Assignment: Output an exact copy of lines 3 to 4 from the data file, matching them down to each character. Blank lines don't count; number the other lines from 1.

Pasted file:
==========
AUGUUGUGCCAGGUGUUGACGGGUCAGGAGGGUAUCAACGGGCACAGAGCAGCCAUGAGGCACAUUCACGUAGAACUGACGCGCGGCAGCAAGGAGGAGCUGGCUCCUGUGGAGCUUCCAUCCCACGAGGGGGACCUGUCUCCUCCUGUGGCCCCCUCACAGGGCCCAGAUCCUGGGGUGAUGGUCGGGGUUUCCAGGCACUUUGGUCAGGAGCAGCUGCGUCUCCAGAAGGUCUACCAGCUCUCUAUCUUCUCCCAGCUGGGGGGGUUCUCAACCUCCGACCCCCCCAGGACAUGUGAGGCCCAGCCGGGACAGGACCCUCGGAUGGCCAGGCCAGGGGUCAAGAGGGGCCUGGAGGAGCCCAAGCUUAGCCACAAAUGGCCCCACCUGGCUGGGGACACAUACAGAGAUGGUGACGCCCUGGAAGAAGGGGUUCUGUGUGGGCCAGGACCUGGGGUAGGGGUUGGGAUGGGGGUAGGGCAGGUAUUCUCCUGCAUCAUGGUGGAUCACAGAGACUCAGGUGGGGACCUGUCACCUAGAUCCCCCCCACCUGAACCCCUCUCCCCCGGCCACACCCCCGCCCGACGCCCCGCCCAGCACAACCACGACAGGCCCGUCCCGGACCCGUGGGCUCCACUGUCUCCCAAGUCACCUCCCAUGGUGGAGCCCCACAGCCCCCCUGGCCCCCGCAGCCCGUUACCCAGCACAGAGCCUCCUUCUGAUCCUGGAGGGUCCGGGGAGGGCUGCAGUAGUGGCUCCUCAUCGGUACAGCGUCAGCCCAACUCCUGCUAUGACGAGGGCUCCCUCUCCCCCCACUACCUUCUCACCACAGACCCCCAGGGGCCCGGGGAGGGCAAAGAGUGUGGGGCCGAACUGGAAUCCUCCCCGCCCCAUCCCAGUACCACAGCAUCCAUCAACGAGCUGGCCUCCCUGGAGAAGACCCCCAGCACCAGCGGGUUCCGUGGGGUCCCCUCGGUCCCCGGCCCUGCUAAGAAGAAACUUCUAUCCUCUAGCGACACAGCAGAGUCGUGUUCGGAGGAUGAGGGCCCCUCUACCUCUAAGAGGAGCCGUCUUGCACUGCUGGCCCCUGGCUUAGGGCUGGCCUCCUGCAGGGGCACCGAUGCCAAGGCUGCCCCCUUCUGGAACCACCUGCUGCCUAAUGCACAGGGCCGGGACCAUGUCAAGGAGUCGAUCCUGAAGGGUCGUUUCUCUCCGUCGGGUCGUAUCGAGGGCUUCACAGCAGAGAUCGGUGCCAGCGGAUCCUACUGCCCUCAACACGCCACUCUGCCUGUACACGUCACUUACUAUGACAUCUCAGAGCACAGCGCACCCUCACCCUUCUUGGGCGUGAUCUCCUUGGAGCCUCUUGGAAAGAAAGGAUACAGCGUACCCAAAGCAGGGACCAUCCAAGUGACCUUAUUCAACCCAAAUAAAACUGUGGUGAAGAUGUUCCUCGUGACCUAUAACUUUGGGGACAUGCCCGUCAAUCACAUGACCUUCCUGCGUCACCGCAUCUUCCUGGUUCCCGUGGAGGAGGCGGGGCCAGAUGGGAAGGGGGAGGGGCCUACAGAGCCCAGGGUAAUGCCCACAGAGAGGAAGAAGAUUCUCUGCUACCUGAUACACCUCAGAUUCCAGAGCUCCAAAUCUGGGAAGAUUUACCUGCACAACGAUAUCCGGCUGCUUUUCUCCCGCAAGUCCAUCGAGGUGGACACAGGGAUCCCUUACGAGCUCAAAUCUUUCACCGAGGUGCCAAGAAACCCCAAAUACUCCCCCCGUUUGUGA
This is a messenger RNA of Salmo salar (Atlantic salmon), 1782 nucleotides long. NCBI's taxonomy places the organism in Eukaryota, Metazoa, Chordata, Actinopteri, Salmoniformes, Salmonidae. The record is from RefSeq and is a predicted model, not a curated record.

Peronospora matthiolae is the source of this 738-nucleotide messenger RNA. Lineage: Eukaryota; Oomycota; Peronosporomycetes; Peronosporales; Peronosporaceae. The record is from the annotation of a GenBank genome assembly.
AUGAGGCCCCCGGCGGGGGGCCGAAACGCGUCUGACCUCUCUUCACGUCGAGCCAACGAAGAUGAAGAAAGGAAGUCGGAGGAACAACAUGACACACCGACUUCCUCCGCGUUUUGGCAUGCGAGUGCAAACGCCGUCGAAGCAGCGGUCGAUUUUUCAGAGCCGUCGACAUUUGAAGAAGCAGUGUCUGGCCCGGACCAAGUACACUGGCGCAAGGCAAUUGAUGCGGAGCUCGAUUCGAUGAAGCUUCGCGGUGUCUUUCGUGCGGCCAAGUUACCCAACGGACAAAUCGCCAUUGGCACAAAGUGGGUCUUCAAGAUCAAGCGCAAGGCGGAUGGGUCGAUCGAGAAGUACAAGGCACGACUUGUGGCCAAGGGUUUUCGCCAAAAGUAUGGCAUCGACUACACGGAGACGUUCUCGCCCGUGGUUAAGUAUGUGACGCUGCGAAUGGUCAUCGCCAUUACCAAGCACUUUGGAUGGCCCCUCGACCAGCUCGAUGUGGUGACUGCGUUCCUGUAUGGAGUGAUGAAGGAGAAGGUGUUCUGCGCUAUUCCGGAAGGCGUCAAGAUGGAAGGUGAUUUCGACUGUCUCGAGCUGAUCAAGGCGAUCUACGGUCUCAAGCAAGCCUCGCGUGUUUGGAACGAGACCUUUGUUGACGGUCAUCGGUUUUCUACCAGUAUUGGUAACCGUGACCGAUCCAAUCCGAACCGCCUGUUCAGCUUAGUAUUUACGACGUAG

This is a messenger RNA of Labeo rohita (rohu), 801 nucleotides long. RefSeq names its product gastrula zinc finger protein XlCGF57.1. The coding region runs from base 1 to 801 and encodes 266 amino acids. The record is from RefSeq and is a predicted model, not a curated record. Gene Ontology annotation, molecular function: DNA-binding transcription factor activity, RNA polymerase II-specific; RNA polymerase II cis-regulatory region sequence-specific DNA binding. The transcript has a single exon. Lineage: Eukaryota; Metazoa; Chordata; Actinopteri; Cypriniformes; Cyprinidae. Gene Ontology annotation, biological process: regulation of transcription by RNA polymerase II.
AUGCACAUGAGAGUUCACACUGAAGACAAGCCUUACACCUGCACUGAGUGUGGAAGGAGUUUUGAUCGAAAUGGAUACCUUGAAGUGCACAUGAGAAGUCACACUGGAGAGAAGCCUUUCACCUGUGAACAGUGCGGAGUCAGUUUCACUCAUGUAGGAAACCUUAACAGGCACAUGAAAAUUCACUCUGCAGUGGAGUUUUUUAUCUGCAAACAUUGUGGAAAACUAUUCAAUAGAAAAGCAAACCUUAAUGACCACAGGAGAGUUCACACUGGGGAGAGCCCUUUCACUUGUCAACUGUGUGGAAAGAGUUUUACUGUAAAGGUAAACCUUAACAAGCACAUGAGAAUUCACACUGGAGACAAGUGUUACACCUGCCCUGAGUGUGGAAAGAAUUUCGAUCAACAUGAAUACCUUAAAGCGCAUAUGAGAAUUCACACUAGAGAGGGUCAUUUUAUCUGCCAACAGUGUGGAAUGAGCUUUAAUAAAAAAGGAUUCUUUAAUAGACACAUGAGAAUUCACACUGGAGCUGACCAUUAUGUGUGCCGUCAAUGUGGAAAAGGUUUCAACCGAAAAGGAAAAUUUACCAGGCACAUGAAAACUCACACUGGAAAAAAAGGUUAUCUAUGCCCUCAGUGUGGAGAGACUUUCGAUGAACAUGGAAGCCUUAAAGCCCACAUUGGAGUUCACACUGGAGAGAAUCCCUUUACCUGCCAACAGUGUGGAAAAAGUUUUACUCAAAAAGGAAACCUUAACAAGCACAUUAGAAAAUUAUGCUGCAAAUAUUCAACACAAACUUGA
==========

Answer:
Peronospora matthiolae is the source of this 738-nucleotide messenger RNA. Lineage: Eukaryota; Oomycota; Peronosporomycetes; Peronosporales; Peronosporaceae. The record is from the annotation of a GenBank genome assembly.
AUGAGGCCCCCGGCGGGGGGCCGAAACGCGUCUGACCUCUCUUCACGUCGAGCCAACGAAGAUGAAGAAAGGAAGUCGGAGGAACAACAUGACACACCGACUUCCUCCGCGUUUUGGCAUGCGAGUGCAAACGCCGUCGAAGCAGCGGUCGAUUUUUCAGAGCCGUCGACAUUUGAAGAAGCAGUGUCUGGCCCGGACCAAGUACACUGGCGCAAGGCAAUUGAUGCGGAGCUCGAUUCGAUGAAGCUUCGCGGUGUCUUUCGUGCGGCCAAGUUACCCAACGGACAAAUCGCCAUUGGCACAAAGUGGGUCUUCAAGAUCAAGCGCAAGGCGGAUGGGUCGAUCGAGAAGUACAAGGCACGACUUGUGGCCAAGGGUUUUCGCCAAAAGUAUGGCAUCGACUACACGGAGACGUUCUCGCCCGUGGUUAAGUAUGUGACGCUGCGAAUGGUCAUCGCCAUUACCAAGCACUUUGGAUGGCCCCUCGACCAGCUCGAUGUGGUGACUGCGUUCCUGUAUGGAGUGAUGAAGGAGAAGGUGUUCUGCGCUAUUCCGGAAGGCGUCAAGAUGGAAGGUGAUUUCGACUGUCUCGAGCUGAUCAAGGCGAUCUACGGUCUCAAGCAAGCCUCGCGUGUUUGGAACGAGACCUUUGUUGACGGUCAUCGGUUUUCUACCAGUAUUGGUAACCGUGACCGAUCCAAUCCGAACCGCCUGUUCAGCUUAGUAUUUACGACGUAG